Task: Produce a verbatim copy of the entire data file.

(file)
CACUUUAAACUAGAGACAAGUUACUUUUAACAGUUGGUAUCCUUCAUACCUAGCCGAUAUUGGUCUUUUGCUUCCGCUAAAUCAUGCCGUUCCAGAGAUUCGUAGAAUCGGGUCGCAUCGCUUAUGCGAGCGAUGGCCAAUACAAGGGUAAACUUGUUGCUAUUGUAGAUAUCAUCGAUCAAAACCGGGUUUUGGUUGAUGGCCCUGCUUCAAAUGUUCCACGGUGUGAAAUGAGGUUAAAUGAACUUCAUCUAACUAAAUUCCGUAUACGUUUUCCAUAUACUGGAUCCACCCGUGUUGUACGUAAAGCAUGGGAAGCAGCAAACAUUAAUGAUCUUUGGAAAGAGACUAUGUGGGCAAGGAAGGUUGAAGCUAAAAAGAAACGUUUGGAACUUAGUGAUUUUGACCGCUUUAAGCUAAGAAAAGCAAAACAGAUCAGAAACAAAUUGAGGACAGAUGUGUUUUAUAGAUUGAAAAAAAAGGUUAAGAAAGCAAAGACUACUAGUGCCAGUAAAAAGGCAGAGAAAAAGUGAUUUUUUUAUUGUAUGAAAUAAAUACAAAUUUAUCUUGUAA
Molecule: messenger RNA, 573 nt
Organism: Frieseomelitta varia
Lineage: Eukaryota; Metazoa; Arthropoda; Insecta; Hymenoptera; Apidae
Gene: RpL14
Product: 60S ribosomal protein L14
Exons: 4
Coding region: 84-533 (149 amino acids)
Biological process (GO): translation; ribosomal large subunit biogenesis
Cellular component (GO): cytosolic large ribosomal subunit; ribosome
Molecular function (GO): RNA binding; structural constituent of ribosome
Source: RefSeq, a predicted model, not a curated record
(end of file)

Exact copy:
CACUUUAAACUAGAGACAAGUUACUUUUAACAGUUGGUAUCCUUCAUACCUAGCCGAUAUUGGUCUUUUGCUUCCGCUAAAUCAUGCCGUUCCAGAGAUUCGUAGAAUCGGGUCGCAUCGCUUAUGCGAGCGAUGGCCAAUACAAGGGUAAACUUGUUGCUAUUGUAGAUAUCAUCGAUCAAAACCGGGUUUUGGUUGAUGGCCCUGCUUCAAAUGUUCCACGGUGUGAAAUGAGGUUAAAUGAACUUCAUCUAACUAAAUUCCGUAUACGUUUUCCAUAUACUGGAUCCACCCGUGUUGUACGUAAAGCAUGGGAAGCAGCAAACAUUAAUGAUCUUUGGAAAGAGACUAUGUGGGCAAGGAAGGUUGAAGCUAAAAAGAAACGUUUGGAACUUAGUGAUUUUGACCGCUUUAAGCUAAGAAAAGCAAAACAGAUCAGAAACAAAUUGAGGACAGAUGUGUUUUAUAGAUUGAAAAAAAAGGUUAAGAAAGCAAAGACUACUAGUGCCAGUAAAAAGGCAGAGAAAAAGUGAUUUUUUUAUUGUAUGAAAUAAAUACAAAUUUAUCUUGUAA
Molecule: messenger RNA, 573 nt
Organism: Frieseomelitta varia
Lineage: Eukaryota; Metazoa; Arthropoda; Insecta; Hymenoptera; Apidae
Gene: RpL14
Product: 60S ribosomal protein L14
Exons: 4
Coding region: 84-533 (149 amino acids)
Biological process (GO): translation; ribosomal large subunit biogenesis
Cellular component (GO): cytosolic large ribosomal subunit; ribosome
Molecular function (GO): RNA binding; structural constituent of ribosome
Source: RefSeq, a predicted model, not a curated record